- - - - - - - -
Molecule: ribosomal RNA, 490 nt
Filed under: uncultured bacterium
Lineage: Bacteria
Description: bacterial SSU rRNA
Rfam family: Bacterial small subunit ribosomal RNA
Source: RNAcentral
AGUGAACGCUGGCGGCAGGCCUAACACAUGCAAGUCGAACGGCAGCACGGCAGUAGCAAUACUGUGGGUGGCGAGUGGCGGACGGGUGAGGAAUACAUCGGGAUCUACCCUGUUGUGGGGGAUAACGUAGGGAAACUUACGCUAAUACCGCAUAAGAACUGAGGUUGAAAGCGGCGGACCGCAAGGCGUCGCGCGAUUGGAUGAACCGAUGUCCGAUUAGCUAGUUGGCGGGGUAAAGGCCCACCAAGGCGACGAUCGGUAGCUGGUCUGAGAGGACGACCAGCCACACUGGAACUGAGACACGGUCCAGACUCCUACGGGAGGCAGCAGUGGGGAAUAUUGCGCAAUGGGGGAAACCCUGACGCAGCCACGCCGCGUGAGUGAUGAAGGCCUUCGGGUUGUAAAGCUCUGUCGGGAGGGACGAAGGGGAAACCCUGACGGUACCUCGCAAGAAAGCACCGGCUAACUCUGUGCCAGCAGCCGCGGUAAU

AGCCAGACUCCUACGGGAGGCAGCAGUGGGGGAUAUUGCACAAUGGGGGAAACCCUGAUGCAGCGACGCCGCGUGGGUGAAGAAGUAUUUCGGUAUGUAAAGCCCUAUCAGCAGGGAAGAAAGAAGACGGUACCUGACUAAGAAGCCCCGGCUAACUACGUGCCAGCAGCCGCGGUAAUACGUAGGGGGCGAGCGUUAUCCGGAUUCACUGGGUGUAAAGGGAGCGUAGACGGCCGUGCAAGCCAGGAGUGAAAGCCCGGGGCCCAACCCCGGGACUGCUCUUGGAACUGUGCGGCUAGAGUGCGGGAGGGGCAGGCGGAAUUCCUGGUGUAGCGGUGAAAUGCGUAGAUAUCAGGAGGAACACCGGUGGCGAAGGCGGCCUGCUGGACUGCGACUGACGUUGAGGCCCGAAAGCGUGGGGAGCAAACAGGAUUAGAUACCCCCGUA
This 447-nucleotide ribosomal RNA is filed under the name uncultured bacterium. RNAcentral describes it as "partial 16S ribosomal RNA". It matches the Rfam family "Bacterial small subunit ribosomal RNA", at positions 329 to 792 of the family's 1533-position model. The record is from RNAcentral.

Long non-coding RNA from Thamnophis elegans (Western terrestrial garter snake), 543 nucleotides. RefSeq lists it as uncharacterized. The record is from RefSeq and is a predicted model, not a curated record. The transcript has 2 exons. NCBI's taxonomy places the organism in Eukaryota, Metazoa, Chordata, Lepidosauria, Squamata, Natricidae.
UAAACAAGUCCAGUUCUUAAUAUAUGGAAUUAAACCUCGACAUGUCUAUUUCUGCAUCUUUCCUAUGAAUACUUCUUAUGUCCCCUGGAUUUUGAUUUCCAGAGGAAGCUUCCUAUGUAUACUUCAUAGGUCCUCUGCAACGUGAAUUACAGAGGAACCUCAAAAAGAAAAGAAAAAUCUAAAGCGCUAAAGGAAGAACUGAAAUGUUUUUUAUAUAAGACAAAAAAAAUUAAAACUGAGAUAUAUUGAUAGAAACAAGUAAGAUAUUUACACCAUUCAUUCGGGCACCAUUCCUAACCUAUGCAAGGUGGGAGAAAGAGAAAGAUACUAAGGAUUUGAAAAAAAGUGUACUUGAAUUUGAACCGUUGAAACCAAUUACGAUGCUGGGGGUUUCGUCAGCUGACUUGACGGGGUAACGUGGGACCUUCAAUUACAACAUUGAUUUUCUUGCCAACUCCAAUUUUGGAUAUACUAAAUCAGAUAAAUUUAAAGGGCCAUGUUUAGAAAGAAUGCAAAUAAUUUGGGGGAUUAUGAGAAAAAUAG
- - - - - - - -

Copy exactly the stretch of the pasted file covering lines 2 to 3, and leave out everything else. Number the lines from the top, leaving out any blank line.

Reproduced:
Filed under: uncultured bacterium
Lineage: Bacteria